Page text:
Ulysses is being developed into a virtual reality video game.
A set of Boston students have been working on the concept, based on James Joyce's 'Ulysses' as part of a class at Boston College.
The project - dubbed 'Joycestick' - aims to introduce new audiences to the works of one of Ireland's most celebrated authors, and at the same time, give a glimpse of how virtual reality can be used to enhance literature.
'Ulysses' traces a day in the life of an ordinary Dubliner named Leopold Bloom. The novel draws parallels between Bloom's day and 'The Odyssey', the ancient Greek epic.
Joseph Nugent, English professor at Boston College, said: "This is a new way to experience the power of a novel. We're really at the edge of VR. There's no guidance for this. What we have produced has been purely out of our imagination."
Based on the 650-page novel, the game lets users explore a handful of key environment described in the book. But it differs to that of a video game in the sense that it doesn't have tasks to complete, enemies to defeat or points to collect as currently players can only explore the virtual environments at their leisure whilst touching certain objects triggers readings from the novel.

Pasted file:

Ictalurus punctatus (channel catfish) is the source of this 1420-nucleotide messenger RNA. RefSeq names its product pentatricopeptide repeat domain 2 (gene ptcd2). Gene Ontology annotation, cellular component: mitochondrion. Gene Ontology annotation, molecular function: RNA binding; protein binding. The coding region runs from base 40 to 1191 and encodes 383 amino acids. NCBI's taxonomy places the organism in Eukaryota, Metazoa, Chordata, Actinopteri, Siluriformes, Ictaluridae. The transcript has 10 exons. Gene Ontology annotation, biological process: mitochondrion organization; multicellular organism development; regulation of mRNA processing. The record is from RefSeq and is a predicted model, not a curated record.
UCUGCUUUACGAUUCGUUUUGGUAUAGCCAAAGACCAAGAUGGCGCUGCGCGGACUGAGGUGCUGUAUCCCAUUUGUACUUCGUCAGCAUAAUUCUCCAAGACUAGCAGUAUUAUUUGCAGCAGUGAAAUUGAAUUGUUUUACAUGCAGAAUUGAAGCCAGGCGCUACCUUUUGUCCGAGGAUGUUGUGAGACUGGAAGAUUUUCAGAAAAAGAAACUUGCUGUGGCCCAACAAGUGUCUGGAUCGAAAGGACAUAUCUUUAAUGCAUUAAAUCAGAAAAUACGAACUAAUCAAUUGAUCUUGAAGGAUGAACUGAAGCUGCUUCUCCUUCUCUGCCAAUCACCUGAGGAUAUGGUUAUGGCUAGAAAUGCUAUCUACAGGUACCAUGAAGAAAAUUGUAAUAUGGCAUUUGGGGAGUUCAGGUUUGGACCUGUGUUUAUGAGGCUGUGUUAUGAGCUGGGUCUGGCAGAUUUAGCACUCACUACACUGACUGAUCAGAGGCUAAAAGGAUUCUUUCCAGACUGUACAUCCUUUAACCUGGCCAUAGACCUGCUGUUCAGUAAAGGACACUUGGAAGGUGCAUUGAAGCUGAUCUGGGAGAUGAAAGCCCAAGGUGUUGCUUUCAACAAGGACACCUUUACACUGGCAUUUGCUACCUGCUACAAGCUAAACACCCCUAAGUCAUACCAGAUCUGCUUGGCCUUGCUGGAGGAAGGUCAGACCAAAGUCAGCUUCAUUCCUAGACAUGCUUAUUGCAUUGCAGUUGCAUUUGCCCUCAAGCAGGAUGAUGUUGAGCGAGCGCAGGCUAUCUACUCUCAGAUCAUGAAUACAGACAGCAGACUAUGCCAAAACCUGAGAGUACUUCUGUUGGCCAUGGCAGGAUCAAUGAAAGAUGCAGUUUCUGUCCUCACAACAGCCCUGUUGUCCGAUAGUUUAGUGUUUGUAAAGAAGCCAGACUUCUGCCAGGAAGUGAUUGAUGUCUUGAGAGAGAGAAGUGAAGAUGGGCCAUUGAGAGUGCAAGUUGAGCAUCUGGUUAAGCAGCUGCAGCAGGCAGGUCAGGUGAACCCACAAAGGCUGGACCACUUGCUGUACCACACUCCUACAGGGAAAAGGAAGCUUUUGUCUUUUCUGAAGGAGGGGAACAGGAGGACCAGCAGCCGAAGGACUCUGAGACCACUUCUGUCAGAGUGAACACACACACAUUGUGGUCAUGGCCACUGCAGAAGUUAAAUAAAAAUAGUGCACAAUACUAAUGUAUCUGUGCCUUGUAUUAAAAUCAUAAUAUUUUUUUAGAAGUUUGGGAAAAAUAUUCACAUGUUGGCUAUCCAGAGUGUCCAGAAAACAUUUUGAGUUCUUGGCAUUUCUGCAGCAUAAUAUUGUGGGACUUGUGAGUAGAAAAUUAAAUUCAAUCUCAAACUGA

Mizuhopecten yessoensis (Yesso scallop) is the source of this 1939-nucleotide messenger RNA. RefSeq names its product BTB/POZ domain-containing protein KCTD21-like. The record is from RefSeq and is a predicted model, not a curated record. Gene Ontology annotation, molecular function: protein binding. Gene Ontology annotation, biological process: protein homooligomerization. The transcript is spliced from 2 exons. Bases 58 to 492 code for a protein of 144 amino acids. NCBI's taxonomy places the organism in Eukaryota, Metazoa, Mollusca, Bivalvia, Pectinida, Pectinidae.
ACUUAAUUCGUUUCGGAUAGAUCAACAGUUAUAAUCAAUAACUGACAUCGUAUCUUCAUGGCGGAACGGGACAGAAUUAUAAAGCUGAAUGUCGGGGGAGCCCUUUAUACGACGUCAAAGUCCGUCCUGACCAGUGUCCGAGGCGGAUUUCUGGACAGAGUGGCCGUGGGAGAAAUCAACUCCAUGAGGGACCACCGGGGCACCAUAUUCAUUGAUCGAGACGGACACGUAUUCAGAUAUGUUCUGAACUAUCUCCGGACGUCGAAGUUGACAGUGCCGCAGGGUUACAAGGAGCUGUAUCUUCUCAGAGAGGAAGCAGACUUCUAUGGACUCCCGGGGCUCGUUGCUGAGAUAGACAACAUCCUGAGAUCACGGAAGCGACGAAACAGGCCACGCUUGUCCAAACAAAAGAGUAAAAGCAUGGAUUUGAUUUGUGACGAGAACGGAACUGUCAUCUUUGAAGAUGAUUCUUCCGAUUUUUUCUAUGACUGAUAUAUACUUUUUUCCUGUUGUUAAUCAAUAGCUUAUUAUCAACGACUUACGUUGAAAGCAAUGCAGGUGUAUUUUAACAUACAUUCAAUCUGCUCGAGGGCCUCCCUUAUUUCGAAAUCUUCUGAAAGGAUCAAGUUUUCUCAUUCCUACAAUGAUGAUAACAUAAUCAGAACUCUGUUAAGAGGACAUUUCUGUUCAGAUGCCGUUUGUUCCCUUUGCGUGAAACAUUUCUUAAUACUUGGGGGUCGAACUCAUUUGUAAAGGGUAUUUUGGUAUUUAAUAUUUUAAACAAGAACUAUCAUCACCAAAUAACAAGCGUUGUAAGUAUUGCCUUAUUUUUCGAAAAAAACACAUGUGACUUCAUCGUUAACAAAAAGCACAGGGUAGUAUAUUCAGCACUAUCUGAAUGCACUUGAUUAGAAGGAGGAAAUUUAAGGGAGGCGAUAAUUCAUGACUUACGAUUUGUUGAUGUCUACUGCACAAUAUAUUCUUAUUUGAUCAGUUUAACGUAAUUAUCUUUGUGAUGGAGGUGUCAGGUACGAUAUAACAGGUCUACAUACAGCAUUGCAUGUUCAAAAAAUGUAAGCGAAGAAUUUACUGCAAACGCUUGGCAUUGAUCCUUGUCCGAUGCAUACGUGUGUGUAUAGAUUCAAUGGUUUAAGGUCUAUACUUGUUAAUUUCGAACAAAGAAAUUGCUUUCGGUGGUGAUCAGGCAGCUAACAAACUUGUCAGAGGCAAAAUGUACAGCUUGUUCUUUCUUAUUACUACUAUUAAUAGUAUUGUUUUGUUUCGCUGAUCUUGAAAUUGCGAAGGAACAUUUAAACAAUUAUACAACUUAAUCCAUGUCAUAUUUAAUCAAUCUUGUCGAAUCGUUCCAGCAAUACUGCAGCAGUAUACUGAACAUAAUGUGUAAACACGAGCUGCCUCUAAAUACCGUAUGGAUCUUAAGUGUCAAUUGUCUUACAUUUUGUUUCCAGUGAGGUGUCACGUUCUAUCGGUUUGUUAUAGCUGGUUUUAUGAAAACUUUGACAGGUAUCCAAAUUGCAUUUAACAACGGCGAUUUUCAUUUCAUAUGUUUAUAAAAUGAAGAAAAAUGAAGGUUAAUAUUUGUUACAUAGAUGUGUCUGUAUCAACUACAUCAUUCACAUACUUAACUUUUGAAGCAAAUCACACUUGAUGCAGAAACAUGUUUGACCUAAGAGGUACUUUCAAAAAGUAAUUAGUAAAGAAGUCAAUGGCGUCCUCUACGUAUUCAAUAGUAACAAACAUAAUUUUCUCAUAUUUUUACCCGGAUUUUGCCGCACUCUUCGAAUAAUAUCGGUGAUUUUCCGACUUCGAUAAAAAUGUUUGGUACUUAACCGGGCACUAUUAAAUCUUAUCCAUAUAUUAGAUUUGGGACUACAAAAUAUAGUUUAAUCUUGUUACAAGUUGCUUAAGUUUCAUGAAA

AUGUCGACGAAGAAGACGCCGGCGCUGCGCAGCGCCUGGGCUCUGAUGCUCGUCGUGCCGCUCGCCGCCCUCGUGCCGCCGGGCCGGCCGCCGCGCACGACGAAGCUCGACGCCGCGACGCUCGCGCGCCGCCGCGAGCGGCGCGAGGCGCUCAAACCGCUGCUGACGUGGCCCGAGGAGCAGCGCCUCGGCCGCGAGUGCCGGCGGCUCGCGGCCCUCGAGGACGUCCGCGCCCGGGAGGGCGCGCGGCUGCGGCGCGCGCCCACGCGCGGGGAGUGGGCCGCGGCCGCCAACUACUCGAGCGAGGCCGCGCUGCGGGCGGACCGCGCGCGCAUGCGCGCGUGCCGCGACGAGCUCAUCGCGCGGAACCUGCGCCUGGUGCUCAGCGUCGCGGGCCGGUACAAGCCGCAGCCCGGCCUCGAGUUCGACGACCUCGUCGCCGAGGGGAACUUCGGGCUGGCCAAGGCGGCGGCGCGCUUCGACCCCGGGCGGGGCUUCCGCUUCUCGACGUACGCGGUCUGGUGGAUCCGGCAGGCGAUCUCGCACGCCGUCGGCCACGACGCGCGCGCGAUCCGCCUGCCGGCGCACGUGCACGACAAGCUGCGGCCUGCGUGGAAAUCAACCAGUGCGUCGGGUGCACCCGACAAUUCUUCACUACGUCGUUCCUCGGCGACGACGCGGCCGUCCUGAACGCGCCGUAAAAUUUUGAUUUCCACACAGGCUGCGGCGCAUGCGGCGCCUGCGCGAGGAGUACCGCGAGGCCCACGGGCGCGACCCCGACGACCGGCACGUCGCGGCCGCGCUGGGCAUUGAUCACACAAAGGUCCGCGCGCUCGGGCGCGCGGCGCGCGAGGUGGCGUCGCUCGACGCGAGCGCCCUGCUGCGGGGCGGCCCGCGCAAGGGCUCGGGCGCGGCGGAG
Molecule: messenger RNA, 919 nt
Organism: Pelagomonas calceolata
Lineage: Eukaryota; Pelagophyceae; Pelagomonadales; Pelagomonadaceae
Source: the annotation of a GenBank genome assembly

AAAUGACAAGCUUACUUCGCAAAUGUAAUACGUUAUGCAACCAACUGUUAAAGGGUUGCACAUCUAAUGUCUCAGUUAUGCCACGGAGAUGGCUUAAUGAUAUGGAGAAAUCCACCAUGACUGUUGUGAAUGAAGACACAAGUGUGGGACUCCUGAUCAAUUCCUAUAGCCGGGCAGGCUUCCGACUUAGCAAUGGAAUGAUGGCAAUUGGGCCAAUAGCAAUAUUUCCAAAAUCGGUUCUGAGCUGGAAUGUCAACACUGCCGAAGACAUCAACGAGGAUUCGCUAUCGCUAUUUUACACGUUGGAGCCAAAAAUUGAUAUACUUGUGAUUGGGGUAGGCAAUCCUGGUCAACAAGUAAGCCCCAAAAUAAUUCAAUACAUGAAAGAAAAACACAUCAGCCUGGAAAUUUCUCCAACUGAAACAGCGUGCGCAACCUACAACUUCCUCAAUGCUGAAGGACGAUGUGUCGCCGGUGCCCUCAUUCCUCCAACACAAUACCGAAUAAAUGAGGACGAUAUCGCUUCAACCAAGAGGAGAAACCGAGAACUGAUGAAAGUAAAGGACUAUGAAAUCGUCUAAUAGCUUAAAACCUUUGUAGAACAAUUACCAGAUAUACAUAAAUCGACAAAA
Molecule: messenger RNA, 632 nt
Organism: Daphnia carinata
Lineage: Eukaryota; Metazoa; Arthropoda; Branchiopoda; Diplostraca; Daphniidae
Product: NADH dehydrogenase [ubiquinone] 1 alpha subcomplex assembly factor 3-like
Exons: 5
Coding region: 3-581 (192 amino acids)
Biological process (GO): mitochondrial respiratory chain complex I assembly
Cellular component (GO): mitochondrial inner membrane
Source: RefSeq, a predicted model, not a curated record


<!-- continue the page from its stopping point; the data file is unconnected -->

Following a successful showcase at an academic conference in Rome last month, a version of the video game is expected to be released on June 16 in Dublin during Bloomsday - the city's annual celebration of the author and novel, named for its protagonist.
Enda Duffy, chairman of the English Department at the University of California, Santa Barbara, has experienced a prototype of the game.
'Joycestick' fills the blanks of the novel, as most of the places that are key to the story have been lost to time as Dublin has evolved.
She said: "The VR version in this way completes the book. It makes it real. 'Ulysses' is an ideal book to be turned into a VR experience, since Dublin is, you might say, the book's major character."
It's not the first time that developers have tried to bring works of literature into the gaming world - a computer game of F. Scott Fitzgerald's 'The Great Gatsby' became a viral hit in 2011 as it mimicked the look and feel of a classic 1980s-era Nintendo game.
But it is the first time developers have tried incorporating virtual-reality technology
D. Fox Harrell, digital media professor at the Massachusetts Institute of Technology was impressed the group was attempting the project. He said: "It requires multiple entry points and modes of interpretation, so it will be fascinating to see how their VR system addresses these aspects of the work."